Stem cell therapy: Repurposing cell-based regenerative medicine beyond cell replacement

Eleonora Napoli, Trenton Lippert, Cesar V. Borlongan

Research output: Chapter in Book/Report/Conference proceedingChapter

4 Scopus citations

Abstract

Stem cells exhibit simple and naive cellular features, yet their exact purpose for regenerative medicine continues to elude even the most elegantly designed research paradigms from developmental biology to clinical therapeutics. Based on their capacity to divide indefinitely and their dynamic differentiation into any type of tissue, the advent of transplantable stem cells has offered a potential treatment for aging-related and injury-mediated diseases. Recent laboratory evidence has demonstrated that transplanted human neural stem cells facilitate endogenous reparative mechanisms by initiating multiple regenerative processes in the brain neurogenic areas. Within these highly proliferative niches reside a myriad of potent regenerative molecules, including anti-inflammatory cytokines, proteomes, and neurotrophic factors, altogether representing a biochemical cocktail vital for restoring brain function in the aging and diseased brain. Here, we advance the concept of therapeutically repurposing stem cells not towards cell replacement per se, but rather exploiting the cells’ intrinsic properties to serve as the host brain regenerative catalysts.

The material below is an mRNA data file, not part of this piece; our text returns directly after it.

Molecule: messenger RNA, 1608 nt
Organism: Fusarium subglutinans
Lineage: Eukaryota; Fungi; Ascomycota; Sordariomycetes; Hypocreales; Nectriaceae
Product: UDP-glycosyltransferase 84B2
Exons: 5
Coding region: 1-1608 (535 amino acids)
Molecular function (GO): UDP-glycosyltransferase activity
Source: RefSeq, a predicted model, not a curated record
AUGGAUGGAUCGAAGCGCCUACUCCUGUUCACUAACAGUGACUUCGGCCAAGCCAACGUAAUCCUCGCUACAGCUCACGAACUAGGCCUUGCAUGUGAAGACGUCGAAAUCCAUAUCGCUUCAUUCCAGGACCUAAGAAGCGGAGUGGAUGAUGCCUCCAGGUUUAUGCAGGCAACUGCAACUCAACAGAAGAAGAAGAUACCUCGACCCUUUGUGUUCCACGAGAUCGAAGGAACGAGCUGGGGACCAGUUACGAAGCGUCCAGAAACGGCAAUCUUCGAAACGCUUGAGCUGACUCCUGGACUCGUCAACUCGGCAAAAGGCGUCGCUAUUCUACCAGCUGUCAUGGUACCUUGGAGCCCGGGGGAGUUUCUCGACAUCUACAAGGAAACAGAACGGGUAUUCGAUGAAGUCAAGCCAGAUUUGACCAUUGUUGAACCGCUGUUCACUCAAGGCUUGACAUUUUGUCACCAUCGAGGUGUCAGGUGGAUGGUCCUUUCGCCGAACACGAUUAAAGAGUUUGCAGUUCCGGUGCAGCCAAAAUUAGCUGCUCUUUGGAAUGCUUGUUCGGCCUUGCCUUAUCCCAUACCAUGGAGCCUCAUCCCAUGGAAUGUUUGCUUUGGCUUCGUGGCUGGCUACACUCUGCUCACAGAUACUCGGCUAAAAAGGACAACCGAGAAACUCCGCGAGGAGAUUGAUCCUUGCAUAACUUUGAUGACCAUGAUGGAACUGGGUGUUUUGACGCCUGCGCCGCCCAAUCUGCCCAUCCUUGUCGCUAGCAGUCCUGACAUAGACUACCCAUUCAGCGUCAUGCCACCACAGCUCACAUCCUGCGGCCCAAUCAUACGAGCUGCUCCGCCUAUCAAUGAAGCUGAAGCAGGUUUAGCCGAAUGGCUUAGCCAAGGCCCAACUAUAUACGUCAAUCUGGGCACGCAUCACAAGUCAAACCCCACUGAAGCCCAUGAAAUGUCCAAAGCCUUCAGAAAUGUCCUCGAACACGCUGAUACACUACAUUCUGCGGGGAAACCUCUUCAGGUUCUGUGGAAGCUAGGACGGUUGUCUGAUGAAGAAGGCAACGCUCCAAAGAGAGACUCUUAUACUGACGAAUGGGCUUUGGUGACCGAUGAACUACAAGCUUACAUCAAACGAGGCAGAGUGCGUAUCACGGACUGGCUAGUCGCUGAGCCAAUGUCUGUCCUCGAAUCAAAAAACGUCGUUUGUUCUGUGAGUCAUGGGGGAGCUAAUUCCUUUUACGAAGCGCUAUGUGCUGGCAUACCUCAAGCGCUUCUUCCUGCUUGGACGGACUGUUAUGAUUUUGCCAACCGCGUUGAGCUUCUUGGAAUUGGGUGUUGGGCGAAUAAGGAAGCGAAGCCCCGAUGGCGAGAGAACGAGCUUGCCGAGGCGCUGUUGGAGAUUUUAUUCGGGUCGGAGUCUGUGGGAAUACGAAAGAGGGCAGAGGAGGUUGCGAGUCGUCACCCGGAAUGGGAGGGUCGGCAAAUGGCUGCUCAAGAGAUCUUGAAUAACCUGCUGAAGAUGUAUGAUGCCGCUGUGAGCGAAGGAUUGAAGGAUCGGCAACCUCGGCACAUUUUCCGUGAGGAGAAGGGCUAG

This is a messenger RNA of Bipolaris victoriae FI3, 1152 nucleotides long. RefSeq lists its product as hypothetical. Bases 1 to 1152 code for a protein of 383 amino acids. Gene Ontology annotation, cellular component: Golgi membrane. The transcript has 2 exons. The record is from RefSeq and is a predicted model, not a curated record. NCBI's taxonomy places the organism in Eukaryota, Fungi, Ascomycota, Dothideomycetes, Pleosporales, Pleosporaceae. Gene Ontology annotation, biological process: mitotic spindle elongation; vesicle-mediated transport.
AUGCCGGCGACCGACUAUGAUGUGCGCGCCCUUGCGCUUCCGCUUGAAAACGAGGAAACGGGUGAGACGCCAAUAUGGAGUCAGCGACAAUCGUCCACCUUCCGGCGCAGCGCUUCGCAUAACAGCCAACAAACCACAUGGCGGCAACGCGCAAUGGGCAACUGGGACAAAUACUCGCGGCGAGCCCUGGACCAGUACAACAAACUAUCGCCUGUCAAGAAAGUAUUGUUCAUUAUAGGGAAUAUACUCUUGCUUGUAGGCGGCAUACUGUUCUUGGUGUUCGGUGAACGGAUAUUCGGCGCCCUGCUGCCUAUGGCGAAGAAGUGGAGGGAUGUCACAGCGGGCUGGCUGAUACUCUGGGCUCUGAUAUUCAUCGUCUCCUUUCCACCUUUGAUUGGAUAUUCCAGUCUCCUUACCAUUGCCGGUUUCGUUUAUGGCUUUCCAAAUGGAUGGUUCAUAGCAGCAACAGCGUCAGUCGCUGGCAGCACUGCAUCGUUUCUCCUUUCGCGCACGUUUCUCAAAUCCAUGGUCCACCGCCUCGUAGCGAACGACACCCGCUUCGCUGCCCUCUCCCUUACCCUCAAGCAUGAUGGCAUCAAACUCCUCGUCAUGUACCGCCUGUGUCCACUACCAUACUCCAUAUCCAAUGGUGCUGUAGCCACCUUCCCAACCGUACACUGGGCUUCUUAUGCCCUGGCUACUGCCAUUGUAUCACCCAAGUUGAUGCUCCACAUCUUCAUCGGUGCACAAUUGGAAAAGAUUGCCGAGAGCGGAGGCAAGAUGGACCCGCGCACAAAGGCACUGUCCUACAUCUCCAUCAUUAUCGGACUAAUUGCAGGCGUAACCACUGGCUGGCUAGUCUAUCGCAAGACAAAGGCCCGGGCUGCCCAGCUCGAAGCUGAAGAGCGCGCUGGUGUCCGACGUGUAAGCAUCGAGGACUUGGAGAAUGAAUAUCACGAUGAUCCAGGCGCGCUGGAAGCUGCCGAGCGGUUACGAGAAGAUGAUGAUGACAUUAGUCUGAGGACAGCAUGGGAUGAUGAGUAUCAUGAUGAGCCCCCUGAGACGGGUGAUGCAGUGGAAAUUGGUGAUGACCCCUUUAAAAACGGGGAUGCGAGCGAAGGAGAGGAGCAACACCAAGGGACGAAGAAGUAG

Original languageEnglish (US)
Title of host publicationAdvances in Experimental Medicine and Biology
PublisherSpringer New York LLC
Pages87-91
Number of pages5
DOIs
StatePublished - Jan 1 2018

Publication series

NameAdvances in Experimental Medicine and Biology
Volume1079
ISSN (Print)0065-2598
ISSN (Electronic)2214-8019

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Keywords

  • Cell transplantation
  • Endogenous brain repair
  • Neurogenic niches
  • Neurological disorders

ASJC Scopus subject areas

  • Biochemistry, Genetics and Molecular Biology(all)

Cite this

Napoli, E., Lippert, T., & Borlongan, C. V. (2018). Stem cell therapy: Repurposing cell-based regenerative medicine beyond cell replacement. In Advances in Experimental Medicine and Biology (pp. 87-91). (Advances in Experimental Medicine and Biology; Vol. 1079). Springer New York LLC. https://doi.org/10.1007/5584_2018_174